Boundary review causes re-election battles

New constituency boundary proposals for England and Wales could lead to several prominent MPs having to face a re-election to Parliament.

In a push to cut the number of MPs in the House of Commons, constituencies are being redrawn, with the number of MPs being cut from 533 to 501 in England, from 40 to 29 in Wales, from 59 to 53 in Scotland and from 18 to 17 in Northern Ireland.

Labour Leader Jeremy Corbyn, current MP for Islington North, and former Chancellor George Osborne, MP for Tatton in Cheshire, will both see their seats abolished. The Stoke Central seat, currently held by Labour’s Tristram Hunt, Owen Smith’s Pontypridd seat and Nick Clegg’s Sheffield Hallam seat are also being reformed.

Promising to ‘address the unfairness of the current Parliamentary boundaries’, final proposals for the reforms are due in October 2018.

The Boundary Commission for England has stated that government legislation requires it to use the December 2015 data, which has become the main argument for opposition parties, as this data does not include the nearly two million additional voters who registered ahead of June's EU referendum.

Jon Ashworth, Labour’s Shadow Minister, said: "Constitutional changes should be done fairly and consensually, to ensure that everyone is given a voice. There is nothing fair about redrawing boundaries with millions left out, and reducing the number of elected MPs while the unelected House of Lords continues to grow.

"These changes are not about fairness to voters, they are about what is best for the Tory Party and they must not go ahead. The commission must rethink and ensure that no elector loses out."

The Electoral Reform Society has also opposed the plans, arguing that constituency boundaries should be drawn on the basis of population rather than an incomplete electoral register.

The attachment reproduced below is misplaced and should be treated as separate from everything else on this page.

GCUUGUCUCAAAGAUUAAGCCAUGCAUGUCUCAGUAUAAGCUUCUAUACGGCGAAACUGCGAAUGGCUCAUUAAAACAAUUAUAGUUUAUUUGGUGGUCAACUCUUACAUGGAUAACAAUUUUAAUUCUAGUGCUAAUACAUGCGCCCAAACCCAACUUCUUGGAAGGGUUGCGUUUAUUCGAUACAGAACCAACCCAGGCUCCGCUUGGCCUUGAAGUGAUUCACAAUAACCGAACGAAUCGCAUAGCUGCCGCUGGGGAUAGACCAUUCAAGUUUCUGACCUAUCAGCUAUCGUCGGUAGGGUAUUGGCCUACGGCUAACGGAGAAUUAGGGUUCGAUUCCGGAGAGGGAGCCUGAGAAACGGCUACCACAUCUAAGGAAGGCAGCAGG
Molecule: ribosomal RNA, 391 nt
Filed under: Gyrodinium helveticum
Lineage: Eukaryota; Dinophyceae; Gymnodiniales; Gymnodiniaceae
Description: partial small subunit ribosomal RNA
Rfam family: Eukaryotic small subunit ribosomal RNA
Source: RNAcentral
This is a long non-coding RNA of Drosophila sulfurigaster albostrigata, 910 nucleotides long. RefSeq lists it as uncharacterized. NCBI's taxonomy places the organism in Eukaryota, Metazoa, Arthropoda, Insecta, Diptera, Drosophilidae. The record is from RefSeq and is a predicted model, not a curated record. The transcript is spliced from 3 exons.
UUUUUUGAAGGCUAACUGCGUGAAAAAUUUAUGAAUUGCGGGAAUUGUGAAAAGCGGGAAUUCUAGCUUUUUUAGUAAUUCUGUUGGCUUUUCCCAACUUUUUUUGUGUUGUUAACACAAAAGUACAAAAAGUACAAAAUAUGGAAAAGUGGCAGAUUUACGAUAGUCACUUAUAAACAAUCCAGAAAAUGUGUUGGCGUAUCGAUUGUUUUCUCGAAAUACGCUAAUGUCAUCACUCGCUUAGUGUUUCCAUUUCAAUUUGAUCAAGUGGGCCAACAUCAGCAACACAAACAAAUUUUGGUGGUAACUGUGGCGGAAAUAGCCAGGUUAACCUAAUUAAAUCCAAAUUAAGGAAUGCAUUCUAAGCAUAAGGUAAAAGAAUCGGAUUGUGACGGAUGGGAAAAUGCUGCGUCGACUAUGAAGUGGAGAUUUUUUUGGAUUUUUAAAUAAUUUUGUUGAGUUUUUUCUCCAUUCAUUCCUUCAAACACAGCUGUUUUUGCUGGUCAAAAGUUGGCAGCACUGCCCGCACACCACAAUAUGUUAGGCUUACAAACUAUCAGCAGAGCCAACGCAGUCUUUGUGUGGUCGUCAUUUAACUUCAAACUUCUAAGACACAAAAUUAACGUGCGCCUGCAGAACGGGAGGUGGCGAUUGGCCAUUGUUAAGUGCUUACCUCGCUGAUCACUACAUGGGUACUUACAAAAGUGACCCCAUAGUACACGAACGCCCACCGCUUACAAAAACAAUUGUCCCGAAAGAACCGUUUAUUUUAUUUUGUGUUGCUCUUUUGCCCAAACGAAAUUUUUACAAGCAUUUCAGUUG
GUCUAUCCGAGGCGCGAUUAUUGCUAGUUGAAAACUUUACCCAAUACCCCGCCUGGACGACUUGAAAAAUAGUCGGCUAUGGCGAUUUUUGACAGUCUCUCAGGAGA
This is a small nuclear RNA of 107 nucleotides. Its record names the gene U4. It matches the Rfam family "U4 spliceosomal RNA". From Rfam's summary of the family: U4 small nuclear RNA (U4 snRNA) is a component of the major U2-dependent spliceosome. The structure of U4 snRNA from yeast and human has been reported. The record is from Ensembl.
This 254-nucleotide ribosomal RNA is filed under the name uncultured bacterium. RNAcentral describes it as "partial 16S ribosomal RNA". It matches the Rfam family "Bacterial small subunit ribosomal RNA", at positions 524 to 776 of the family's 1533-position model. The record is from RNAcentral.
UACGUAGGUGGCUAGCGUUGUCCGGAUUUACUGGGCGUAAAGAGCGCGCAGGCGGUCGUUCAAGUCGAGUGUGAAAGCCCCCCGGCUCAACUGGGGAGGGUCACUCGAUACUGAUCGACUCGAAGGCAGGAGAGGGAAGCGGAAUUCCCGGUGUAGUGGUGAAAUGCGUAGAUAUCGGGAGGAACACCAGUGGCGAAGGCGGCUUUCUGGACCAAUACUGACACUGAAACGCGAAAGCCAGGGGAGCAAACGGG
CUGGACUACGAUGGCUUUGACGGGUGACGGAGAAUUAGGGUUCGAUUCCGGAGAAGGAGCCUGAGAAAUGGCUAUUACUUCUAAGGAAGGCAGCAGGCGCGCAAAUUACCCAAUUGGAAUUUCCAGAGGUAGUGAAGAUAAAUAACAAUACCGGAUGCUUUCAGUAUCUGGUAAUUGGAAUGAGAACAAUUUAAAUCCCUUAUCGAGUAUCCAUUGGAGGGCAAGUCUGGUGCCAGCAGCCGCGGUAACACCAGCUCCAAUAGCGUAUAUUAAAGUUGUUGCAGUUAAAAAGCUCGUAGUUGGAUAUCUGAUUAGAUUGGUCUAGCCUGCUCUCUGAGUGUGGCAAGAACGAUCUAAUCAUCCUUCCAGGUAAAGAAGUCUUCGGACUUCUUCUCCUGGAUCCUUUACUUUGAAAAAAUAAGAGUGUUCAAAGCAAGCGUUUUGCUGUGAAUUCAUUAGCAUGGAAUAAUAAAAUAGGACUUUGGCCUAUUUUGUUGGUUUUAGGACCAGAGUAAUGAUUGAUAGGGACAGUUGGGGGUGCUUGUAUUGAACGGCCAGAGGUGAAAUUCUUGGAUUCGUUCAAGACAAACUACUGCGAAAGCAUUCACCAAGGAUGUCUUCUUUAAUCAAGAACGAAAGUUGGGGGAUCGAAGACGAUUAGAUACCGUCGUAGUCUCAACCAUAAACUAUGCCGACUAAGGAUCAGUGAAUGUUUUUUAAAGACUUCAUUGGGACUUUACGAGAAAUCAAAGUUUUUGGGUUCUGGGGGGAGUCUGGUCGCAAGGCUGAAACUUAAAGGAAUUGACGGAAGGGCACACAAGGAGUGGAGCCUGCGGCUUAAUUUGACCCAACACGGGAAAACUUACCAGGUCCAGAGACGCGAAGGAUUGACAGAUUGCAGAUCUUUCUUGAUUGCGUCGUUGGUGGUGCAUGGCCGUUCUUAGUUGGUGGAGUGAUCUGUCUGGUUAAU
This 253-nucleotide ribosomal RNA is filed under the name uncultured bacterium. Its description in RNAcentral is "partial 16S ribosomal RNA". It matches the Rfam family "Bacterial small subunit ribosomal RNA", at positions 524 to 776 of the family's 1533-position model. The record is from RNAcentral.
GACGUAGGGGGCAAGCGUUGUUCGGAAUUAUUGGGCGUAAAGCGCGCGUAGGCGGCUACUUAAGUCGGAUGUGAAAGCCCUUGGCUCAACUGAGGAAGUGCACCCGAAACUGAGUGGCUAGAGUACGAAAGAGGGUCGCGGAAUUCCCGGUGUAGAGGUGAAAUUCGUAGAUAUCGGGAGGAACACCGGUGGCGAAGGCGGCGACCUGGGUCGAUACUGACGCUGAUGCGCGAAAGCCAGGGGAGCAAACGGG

Katie Ghose, chief executive of the Electoral Reform Society, said: “Areas with the lowest levels of registration are often those that already have the least voice in politics.

“The review is being undertaken on the basis of a register that’s nearly a year out of date, excluding over two million people who signed up between December and June. That means some regions are two seats short of what they are owed. It would be much fairer to draw boundaries based on eligible population rather than an incomplete electoral register.”

Ghose also argued: "Cutting the number of MPs is the wrong priority. We have a growing unelected House and a shrinking elected one. The House of Lords is a super-sized second chamber – second only to China – and shockingly poor value for money. Surely it would be more democratic to address the crisis in the House of Lords than to cut the number of elected MPs.

"If you reduce the number of MPs in Parliament without reducing the number of ministers, you increase the power of the executive and make it more difficult to challenge the government. That will reduce the ability for Parliament to do its job of holding the Government to account.”

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